The lighting is dim (the kind that makes everyone look good) and the smell of spice, frankincense and delicious food fill the air. There are african masks, art and figurines adorning the walls and shelves. The tables mistakenly appear to be large bongo drums with low hand-carved wooden seats with little matching hand-carved wooden tables next to each one.
I think we were all a bit anxious, having never been to an Ethiopian restaurant before and at the same time we were all excited by the exotic and welcoming nature of the whole place. After much contemplation and some mild discussion, we had made our decisions. The tall, thin waitress with a poofy afro-puff to die for, took our order and it wasnt long before she arrived with a tray of food in her hands. A large dome-shaped lid much like a tagine covered the tray and was set on the bongo drum table in the middle of all of us. She then proceeded to dump out each dish ordered on a large crepe looking thing that covered the surface of the bongo. Extra rolled-up crepes were passed out in baskets (cutlery was nowhere in sight). After washing our hands by pouring water over them with an ornate silver tea-pot and bowl we proceeded to dig in.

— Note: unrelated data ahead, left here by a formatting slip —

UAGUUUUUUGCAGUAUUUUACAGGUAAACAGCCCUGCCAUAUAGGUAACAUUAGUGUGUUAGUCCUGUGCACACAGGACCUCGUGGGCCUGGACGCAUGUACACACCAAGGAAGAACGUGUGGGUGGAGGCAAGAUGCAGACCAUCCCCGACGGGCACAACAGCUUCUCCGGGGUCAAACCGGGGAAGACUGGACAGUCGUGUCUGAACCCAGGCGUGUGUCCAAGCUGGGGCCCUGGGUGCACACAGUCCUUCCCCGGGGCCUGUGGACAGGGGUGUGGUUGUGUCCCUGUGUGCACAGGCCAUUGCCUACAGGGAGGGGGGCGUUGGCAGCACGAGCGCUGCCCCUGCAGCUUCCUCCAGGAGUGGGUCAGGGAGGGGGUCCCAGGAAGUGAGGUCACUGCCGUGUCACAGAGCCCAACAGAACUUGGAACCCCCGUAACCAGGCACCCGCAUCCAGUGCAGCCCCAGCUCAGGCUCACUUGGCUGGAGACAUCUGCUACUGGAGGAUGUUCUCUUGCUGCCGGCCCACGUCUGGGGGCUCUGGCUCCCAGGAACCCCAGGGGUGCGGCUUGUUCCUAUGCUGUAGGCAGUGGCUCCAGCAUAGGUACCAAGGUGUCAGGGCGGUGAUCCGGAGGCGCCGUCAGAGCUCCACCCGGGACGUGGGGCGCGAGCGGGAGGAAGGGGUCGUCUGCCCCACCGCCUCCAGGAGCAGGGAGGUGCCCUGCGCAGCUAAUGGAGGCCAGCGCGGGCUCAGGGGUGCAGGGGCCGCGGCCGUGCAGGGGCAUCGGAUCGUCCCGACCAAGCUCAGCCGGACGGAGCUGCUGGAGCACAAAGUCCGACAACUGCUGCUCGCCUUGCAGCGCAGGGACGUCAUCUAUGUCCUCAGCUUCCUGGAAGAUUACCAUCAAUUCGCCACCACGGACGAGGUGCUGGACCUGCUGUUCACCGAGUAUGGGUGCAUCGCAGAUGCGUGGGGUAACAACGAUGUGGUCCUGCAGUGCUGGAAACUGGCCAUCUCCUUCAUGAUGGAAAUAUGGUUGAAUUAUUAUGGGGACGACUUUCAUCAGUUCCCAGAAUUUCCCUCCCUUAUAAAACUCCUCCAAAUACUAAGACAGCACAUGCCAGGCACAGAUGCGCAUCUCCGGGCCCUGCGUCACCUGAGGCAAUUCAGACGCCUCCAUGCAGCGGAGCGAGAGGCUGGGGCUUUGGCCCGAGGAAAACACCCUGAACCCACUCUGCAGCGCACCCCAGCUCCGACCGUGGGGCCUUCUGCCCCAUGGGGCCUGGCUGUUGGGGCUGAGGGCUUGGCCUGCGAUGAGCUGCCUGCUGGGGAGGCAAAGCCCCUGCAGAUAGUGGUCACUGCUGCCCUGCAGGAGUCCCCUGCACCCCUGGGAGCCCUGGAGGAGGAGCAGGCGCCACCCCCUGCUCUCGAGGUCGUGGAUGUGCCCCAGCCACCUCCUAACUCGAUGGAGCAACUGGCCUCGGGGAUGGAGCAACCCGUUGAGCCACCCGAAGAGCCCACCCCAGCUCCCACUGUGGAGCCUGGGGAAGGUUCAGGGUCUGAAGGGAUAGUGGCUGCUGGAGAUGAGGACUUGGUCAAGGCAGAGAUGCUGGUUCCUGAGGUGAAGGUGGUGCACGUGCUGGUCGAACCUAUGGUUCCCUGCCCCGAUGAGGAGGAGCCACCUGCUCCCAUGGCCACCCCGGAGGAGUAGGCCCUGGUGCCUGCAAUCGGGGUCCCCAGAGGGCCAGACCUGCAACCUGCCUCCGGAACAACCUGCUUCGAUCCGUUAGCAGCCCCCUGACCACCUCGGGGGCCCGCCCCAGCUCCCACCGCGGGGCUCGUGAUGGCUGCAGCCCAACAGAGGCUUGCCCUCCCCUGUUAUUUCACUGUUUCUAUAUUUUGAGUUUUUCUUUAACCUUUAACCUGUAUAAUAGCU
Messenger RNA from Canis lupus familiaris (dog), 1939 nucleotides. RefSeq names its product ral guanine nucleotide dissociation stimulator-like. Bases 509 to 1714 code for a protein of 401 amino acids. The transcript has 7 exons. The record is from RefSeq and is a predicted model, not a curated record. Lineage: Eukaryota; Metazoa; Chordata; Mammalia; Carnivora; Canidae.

The food was amazing! Aromatic, tender, full of spice and unique to anything I have had before. We ate every last bite and could not stop talking about how delicious everything was. After dinner, we were served with warm, wet cloths to wipe our hands with and had Ethiopian coffee so smooth and appealing, I didn’t even desire any sugar or milk (I am usually a 2 sugars kind of gal).
To sum it all up, this place is amazing and I am actually sad I hadn’t been there before.
Cheers to Addis!